We’ve looked at players that are already playing professionally, but what about high school, college and Latin American players that haven’t been drafted or signed into organizations yet? It won’t be easy there either.
Awhile back, I made a spreadsheet looking at where starting shortstops in baseball came from. I looked at the years 2006-2010, but there aren’t 150 different entries because many of those players started all or at least multiple seasons in that timespan. I sorted them by where they were taken in the draft in the following categories: Picks 1-15, picks 16-30, supplemental round (any pick after #30 that was still in the first round,) rounds 2-5, rounds 6-10, rounds 11-20 and rounds 21-50, and I also had a column for international signings because they’re not drafted.
The Phillies’ first pick in 2011 will be in the supplemental round, and if recent history continues, that won’t be the pick to get a shortstop; no starting shortstop from 2006-10 was drafted in the supplemental round. 11 starting shortstops were drafted in rounds 2-5, and three of them became All-Stars (Rollins, J.J. Hardy and Michael Young). After the 5th round, only three other shortstops were all stars at some point in their career, Jack Wilson, David Eckstein and Jason Bartlett. Obviously All-Star games aren’t a great measure to determine player value, and teams don’t need All-Stars at every position. Finding every day shortstops is hard enough, much less developing an All-Star.
A surprising thing I noticed when making this spreadsheet is the quality of Latin shortstops. 27 starting shortstops from 06-10 signed as international free agents, and nearly 41% of them have been All-Stars at some point. What’s the reason for this? Many speculate that the reason is a lack of focus on the fundamentals in America, particularly defensively. It’s been said that defensive instruction in high school and college is declining, and if players aren’t working to improve in the field, they’re not going to be capable of playing defensive demanding positions as a professional.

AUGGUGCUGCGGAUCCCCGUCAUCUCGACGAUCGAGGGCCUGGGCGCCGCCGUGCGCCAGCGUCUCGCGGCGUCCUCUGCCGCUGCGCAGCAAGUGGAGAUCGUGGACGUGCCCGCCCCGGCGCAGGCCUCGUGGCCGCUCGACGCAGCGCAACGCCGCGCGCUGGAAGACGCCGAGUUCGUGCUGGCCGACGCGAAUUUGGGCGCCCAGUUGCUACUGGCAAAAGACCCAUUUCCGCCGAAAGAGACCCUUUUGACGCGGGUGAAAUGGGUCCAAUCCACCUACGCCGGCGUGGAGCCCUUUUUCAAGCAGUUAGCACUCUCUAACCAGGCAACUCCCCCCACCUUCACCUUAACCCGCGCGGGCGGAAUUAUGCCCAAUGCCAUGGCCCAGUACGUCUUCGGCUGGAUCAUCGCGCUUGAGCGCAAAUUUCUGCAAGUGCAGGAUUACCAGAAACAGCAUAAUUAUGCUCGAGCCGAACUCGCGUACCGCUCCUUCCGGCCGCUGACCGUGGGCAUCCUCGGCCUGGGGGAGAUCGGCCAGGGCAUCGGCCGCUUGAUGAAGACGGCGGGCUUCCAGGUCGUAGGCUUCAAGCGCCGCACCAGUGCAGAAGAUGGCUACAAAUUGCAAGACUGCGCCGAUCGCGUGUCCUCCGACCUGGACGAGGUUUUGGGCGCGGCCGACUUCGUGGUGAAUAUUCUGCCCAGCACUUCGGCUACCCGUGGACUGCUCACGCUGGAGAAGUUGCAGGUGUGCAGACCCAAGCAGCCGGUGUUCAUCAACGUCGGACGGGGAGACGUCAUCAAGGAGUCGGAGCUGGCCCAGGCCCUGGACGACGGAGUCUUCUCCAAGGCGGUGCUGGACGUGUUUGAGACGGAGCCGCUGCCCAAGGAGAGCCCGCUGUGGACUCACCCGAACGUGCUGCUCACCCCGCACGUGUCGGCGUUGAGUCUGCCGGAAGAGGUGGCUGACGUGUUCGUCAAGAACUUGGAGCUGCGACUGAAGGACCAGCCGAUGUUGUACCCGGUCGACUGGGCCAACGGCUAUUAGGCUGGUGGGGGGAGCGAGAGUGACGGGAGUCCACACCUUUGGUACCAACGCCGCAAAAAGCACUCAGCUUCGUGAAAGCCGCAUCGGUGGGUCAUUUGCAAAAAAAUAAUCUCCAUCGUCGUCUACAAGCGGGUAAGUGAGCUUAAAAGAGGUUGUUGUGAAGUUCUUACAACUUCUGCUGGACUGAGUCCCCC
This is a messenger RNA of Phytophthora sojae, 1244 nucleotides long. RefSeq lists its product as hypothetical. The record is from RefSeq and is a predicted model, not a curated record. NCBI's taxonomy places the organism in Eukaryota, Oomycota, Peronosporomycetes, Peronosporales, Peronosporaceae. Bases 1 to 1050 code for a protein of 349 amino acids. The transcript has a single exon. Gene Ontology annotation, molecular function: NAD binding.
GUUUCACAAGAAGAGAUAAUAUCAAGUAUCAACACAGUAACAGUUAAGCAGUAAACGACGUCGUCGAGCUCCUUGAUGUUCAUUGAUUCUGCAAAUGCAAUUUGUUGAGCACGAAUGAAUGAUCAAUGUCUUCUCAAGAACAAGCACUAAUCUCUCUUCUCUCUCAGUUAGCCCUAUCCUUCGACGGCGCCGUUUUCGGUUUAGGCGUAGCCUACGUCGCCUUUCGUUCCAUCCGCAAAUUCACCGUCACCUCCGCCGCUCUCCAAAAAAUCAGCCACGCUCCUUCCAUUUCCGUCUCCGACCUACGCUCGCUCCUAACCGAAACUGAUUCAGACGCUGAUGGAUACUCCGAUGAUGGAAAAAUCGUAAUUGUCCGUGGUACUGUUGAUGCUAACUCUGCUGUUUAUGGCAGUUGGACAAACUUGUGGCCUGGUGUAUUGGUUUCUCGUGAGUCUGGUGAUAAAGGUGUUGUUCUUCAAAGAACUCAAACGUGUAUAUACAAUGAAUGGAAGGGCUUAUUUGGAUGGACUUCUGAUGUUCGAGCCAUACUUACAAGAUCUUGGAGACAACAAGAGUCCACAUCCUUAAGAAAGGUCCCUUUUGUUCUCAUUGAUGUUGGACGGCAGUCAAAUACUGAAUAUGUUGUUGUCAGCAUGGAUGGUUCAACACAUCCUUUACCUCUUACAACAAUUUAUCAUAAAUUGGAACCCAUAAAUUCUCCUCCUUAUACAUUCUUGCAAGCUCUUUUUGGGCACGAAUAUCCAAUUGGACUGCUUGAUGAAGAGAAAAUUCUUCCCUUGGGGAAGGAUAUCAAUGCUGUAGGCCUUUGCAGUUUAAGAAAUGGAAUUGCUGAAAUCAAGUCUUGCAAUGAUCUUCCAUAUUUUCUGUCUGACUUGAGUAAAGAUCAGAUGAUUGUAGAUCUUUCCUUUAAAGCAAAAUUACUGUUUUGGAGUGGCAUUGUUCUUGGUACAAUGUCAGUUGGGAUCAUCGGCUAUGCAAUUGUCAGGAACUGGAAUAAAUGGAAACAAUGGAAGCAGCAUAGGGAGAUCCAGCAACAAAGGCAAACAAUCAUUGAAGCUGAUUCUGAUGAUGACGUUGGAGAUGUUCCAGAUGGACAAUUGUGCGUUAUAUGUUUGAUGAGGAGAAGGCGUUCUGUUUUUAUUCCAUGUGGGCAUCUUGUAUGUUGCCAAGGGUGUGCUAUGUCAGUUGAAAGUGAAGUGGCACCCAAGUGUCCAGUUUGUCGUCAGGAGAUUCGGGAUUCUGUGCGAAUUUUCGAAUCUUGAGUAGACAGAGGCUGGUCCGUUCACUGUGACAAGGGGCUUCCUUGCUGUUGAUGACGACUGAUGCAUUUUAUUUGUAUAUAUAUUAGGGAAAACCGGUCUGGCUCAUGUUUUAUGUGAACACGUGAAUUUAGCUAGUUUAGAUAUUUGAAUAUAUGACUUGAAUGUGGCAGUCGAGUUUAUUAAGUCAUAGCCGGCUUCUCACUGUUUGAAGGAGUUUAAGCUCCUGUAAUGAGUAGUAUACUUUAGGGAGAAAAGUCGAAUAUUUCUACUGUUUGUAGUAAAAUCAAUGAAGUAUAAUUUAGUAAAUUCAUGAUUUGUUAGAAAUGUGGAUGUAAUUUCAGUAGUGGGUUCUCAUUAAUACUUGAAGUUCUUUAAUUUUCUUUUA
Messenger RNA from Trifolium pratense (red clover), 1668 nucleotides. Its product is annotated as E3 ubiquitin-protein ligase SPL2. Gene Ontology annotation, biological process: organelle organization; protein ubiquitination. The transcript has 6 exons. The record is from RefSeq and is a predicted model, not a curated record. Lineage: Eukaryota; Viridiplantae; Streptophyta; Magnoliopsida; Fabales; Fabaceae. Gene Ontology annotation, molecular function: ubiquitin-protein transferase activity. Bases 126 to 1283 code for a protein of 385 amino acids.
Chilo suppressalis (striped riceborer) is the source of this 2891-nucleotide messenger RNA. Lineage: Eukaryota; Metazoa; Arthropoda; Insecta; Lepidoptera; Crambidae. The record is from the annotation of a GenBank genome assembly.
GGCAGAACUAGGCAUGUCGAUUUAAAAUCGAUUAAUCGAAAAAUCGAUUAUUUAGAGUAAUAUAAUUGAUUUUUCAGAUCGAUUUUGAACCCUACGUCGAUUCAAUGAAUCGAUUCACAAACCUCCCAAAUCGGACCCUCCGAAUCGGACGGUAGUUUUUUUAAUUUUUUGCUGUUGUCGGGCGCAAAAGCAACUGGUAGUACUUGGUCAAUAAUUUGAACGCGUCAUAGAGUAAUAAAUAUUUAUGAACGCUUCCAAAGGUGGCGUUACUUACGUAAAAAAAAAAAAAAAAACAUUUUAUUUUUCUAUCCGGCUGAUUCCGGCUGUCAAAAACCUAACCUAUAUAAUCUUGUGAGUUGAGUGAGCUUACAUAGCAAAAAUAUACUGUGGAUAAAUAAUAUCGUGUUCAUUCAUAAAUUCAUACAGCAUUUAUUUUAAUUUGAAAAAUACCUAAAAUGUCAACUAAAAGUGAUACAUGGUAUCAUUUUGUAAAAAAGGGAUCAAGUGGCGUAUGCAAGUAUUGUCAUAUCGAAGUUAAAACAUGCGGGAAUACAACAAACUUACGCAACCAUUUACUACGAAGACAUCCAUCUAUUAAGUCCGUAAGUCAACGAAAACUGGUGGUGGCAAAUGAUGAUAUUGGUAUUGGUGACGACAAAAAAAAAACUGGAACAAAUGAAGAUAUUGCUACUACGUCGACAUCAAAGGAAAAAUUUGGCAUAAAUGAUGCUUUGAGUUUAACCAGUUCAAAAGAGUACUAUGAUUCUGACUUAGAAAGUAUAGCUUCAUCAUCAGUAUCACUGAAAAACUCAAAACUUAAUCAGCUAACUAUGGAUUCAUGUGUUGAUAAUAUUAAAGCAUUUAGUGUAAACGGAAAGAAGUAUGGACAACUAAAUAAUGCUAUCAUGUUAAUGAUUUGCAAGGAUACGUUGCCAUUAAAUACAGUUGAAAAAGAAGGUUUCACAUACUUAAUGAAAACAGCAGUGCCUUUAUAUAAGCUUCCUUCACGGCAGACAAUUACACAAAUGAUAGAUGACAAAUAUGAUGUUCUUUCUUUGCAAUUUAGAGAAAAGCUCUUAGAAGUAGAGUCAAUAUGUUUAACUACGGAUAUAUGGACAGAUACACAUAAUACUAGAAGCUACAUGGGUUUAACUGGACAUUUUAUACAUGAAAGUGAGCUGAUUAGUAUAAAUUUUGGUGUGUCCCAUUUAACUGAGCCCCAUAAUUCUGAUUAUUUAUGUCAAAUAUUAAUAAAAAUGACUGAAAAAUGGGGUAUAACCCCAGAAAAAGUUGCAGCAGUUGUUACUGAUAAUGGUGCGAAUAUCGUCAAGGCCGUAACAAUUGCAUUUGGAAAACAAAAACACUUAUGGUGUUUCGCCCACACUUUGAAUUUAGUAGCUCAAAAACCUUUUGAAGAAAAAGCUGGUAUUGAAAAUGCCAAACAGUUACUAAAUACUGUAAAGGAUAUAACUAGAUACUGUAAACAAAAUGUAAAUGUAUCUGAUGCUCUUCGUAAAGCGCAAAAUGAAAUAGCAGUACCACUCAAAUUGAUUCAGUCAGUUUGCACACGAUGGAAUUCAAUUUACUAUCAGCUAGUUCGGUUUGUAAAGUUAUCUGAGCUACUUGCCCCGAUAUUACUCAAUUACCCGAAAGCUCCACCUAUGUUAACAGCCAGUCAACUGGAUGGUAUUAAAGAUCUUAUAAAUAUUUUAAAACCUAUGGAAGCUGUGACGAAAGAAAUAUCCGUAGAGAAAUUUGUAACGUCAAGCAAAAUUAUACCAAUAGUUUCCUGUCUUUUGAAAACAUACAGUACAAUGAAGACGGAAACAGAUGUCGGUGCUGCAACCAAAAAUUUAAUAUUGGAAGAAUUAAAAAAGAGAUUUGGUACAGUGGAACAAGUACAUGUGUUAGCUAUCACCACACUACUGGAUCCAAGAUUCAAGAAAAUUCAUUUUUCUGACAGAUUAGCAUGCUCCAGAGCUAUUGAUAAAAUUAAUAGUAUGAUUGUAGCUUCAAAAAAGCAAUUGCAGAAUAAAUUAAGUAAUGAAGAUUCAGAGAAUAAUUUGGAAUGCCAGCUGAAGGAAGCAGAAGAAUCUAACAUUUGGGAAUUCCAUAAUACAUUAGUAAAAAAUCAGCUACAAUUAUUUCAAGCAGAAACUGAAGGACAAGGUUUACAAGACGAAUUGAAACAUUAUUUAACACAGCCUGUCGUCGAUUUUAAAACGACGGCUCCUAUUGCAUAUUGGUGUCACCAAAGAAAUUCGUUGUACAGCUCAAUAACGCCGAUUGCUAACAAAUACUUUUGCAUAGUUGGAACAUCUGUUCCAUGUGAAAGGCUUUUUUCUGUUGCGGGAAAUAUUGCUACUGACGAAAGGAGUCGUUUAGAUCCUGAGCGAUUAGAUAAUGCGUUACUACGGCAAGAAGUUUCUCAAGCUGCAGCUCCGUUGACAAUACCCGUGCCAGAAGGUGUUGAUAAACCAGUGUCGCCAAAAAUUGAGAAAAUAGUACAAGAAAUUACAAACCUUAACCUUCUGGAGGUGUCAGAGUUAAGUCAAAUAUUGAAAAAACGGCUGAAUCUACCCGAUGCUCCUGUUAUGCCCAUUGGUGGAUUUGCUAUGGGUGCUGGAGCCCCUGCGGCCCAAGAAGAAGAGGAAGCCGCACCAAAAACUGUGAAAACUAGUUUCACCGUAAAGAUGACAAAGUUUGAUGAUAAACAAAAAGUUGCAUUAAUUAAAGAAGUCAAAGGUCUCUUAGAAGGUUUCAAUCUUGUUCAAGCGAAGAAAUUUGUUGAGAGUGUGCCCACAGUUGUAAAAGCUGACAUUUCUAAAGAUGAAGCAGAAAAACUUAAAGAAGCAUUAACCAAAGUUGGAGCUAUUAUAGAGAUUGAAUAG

Whatever the reason, teams will pay a premium for the positions up the middle, so the top talent can be hard to come by. Teams will reach for those guys in the draft and probably overpay in signing bonuses to get these guys, and that makes things difficult for the Phillies for a couple reasons. The top up the middle talent will be long gone by their first pick, and anyone left will be a project or difficult to sign. The Phillies certainly love some projects in the draft, so we’ll see what happens.
It’s the same thing in the international market. Every player is a project because they can sign at age 16, younger than all draft picks, and the top talent signs for big bucks. The international market is getting more and more competitive, and it’s hard to land the best players. In the draft and internationally, the Phillies haven’t always been willing to pay top dollar for the best amateur players available. Without getting into a cheap or not debate because they clearly haven’t been on the ML roster, sometimes teams need to take a plunge and go overslot or pay a 7-figure bonus to improve the farm system.
To wrap this up and make it relevant to Rollins again, it’s become clear that there aren’t easy answers. Rollins is certainly an imperfect player, but finding quality shortstops isn’t easy to do. The Phillies are fortunate to have drafted him, developed him into the player he is because teams would love to have a shortstop with the career he’s had. Replacing him from inside the organization would be tough to do with a lack of great or ready internal options. The trade market is always difficult, and anyone drafted or signed this year is a long way away from being ready.
As frustrating as he can be, it’s certainly possible that Rollins’ Phillies career is not over.
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